I received a letter from J yesterday. For those new to this site, J is our 18 year old son. He is away at Army boot camp. While he is said that, overall, he enjoys the experience, he expressed (a normal amount of) concern about certain things.
As I composed my response last night, it made me think of something I’ve discussed before. I’ve discussed it in length in my book. I’ve discussed it online. I wrote about it on a couple of blogs (both of which are down, but one of which I still own the domain).
Most of us are not raised with a true understanding of speaking life to ourselves. Some of us were raised in environments where we were verbally abused (and often in correlation with other forms of abuse). Some of us were (and some are still) in abusive relationships. Some of us were (and some still are) in daily or “jump and run” contact with mean, nasty people. And when we get away from the people who constantly berate us, we may feel happy about it…but our brain takes over and repeats what we’ve always heard.
You Are What You Think
Let me write that again for those of you that missed it: you are what you think. As humans, we primarily run off of patterns. We prefer the known to the unknown…and sometimes we still prefer the known even when it sucks because the unknown is, well, unknown. It’s one reason why domestic violence victims return to their abusers: they may not like the rut they were in, but they knew the routine. The unknown is scary.
Our brains become the world’s most annoying song on repeat. We don’t have to be physically present with the person (or persons) who continually beat us down (physically and / or psychologically and / or verbally) to continue to hear those things. Our brains pick up where they left off. It’s a pattern.
Life and Death Are Within Our Words
Please understand that I am not talking about that one time each and every one of us said something really fucking stupid or hurtful. No one is always perfect with what we say to others or to ourselves. Sometimes we say stupid shit. And we know it is dumb and we apologize. We make amends. We do our best to never say hurtful things to the person we hurt.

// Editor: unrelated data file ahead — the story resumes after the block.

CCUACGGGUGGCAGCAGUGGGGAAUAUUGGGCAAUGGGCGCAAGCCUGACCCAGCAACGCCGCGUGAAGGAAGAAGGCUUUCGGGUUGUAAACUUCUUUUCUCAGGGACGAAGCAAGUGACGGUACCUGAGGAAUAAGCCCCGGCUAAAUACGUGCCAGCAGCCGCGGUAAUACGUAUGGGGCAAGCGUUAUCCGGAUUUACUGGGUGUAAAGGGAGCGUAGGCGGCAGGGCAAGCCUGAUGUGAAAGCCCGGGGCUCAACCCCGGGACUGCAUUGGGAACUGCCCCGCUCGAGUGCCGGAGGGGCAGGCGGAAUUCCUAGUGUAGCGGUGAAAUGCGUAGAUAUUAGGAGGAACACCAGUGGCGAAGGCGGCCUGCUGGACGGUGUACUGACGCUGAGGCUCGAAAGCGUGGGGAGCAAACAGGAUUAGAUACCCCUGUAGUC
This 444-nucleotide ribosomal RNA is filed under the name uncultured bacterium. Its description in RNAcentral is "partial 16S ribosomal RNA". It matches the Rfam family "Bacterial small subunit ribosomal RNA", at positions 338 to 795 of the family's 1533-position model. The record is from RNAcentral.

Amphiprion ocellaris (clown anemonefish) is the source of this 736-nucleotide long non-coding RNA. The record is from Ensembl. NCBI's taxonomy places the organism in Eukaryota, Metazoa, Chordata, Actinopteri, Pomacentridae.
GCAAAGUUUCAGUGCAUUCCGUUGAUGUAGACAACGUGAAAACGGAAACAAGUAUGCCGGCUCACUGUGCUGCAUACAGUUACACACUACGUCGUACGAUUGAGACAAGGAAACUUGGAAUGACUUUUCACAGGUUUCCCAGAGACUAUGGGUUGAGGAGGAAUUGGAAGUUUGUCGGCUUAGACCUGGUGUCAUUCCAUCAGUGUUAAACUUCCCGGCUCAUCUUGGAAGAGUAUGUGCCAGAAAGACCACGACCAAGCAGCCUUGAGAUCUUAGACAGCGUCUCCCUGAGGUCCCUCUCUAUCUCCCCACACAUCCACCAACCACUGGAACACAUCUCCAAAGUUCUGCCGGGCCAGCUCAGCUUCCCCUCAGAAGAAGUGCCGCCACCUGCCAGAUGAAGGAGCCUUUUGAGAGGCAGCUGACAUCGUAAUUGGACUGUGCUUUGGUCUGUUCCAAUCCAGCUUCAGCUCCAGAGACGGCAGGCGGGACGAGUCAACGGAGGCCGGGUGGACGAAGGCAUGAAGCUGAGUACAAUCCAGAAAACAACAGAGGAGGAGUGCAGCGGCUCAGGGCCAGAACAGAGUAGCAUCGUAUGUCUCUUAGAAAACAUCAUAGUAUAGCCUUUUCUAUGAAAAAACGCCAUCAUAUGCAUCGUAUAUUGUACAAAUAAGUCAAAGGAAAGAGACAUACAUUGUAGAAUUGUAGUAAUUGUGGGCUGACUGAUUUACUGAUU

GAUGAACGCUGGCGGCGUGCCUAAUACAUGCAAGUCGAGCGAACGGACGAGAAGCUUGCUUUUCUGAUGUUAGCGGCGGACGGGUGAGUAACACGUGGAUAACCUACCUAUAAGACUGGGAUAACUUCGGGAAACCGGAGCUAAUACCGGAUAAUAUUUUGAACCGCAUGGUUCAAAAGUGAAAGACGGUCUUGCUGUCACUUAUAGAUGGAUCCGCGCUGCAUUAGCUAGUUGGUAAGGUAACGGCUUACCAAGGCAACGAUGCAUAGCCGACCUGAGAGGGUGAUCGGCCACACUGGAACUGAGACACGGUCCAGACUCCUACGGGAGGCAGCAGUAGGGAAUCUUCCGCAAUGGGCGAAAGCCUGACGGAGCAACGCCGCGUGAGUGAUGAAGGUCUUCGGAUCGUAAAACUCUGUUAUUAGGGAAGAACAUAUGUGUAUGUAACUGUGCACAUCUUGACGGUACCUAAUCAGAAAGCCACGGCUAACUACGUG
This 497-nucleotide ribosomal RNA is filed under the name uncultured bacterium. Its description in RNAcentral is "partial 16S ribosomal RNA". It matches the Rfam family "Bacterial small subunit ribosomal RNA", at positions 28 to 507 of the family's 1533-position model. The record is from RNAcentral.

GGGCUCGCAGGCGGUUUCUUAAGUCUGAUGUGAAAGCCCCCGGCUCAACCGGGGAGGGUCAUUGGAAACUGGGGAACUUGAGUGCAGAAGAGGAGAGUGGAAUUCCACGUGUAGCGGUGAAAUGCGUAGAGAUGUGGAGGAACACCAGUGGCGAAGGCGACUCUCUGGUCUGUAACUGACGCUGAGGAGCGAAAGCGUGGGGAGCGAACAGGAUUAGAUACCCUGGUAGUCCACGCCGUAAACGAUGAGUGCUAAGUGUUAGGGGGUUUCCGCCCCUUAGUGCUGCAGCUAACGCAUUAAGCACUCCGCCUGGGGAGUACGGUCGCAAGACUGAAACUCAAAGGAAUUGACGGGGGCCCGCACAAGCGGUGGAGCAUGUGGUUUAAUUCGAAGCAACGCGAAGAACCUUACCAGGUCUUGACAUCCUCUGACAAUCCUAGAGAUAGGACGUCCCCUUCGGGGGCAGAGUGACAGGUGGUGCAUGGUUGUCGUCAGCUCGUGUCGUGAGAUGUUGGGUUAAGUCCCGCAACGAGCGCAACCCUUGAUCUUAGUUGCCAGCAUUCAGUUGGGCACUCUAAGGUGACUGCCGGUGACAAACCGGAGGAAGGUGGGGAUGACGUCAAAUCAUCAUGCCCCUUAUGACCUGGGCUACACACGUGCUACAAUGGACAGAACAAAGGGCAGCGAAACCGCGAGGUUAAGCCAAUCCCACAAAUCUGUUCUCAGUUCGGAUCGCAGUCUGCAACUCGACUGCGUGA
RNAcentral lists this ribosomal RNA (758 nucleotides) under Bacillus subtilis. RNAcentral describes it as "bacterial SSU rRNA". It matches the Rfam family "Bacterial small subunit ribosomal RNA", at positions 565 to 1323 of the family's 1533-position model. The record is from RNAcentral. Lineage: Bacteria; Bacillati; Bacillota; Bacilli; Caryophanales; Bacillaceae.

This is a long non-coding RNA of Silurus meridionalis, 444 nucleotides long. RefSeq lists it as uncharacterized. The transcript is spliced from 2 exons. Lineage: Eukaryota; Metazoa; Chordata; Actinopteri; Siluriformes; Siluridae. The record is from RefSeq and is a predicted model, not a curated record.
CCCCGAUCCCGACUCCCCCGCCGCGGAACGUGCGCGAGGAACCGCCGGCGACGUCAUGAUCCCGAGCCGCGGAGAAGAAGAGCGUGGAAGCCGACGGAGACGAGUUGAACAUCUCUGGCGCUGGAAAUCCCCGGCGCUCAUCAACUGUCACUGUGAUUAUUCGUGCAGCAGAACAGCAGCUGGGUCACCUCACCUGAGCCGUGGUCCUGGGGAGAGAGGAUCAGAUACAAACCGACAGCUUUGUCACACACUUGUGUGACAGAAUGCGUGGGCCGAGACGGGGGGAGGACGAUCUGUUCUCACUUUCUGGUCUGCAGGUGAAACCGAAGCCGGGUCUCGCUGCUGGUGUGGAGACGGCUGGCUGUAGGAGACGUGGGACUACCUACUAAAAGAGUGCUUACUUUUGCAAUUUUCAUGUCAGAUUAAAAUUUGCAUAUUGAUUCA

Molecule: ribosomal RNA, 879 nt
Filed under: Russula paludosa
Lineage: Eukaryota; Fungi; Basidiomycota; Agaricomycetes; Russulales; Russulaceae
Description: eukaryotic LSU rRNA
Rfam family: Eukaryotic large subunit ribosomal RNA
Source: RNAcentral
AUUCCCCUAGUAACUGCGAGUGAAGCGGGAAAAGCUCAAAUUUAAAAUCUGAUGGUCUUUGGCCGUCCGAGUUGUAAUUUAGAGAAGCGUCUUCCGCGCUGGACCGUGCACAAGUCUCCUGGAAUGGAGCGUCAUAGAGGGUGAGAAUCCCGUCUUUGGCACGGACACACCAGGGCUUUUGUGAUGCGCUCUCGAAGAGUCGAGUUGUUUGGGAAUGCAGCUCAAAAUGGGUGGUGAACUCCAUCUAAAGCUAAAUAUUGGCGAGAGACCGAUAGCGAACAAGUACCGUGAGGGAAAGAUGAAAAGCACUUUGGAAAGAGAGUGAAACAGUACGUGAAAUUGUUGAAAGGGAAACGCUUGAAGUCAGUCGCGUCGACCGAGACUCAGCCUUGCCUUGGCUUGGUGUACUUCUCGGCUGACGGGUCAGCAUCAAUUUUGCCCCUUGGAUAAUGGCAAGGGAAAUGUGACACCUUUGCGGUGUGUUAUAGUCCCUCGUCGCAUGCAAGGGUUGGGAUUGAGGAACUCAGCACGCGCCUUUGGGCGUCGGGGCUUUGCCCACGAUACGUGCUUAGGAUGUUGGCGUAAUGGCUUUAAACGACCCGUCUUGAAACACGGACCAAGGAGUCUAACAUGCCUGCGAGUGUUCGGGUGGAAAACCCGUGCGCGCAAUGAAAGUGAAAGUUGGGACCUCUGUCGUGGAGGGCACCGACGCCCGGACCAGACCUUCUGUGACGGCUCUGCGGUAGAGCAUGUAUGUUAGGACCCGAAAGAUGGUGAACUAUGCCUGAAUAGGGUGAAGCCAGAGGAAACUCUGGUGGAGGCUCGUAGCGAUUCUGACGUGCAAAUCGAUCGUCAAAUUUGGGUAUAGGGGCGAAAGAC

And just as we work to no longer say hurtful things to those we love, that should also include ourselves. Because what you hear in your head about not being capable, good enough, smart, beautiful, successful, normal (OMG you’re so WEIRD – what the hell is wrong with you?!), able to control ourselves better, etc., is a lie. It is the song on the repeat. You’re hearing what everyone else said.
Every major religion has some sort of teaching on the power of words. In Buddhism, one teaching is that of right speech. Right speech isn’t about lying to not hurt someone’s feelings. It’s about the fact that we can talk about whatever is true (and all those things you hear in your head are lies, by the way) in such a way that we aren’t going out of our way to be hurtful. Compassion isn’t just for others it is for ourselves, too. You are just as worthy of your own compassion and kind words as anyone else. There are other teachings on the power of what we say, too.
In Christianity, there are several teachings on the tongue: its difficulty in being controlled…and the power of life and death in the tongue. What we say impacts others. It also impacts ourselves.
You Must Build a Habit of Speaking Life to Yourself
You cannot depend on anyone else to speak life to you. Others may do it, but the crux is that you won’t believe it…because that’s not what you were told for all that time and it’s not what your brain says to you now.
Learning to speak life to yourself takes a lot of work. It is daily work. It is work that for many (including myself when I started) feels silly and like a lie. You don’t have to say anything outrageous. You must make the effort to immediately counter every negative thought you have about yourself with the exact opposite. You must create a neutral state in your brain so that you can learn to move forward speaking life. And it is easier said than done, I know. I did it. I started that journey in late 2012. It wasn’t until probably the spring of 2014 where I wasn’t constantly assaulted with thoughts of how worthless I was (past tense). I still make it a habit every day to speak life to myself.
This isn’t about hiding or not accepting limitations. I still have CPTSD. I still have some insomnia. I still have moments of complete and total overwhelm. But I am not broken. I am not stupid. I am not worthless. I am not crazy. I am not undeserving of peace and love.
And neither are you. Speak life to yourself. Look up simple affirmations. Immediately counter the “I am so stupid – why am I doing that?!” with “I am smart and I will figure this out.” Even if you don’t believe it at first, you will eventually rewire your brain. You’ll become smarter. You’ll become more confident. You’ll have less war within yourself.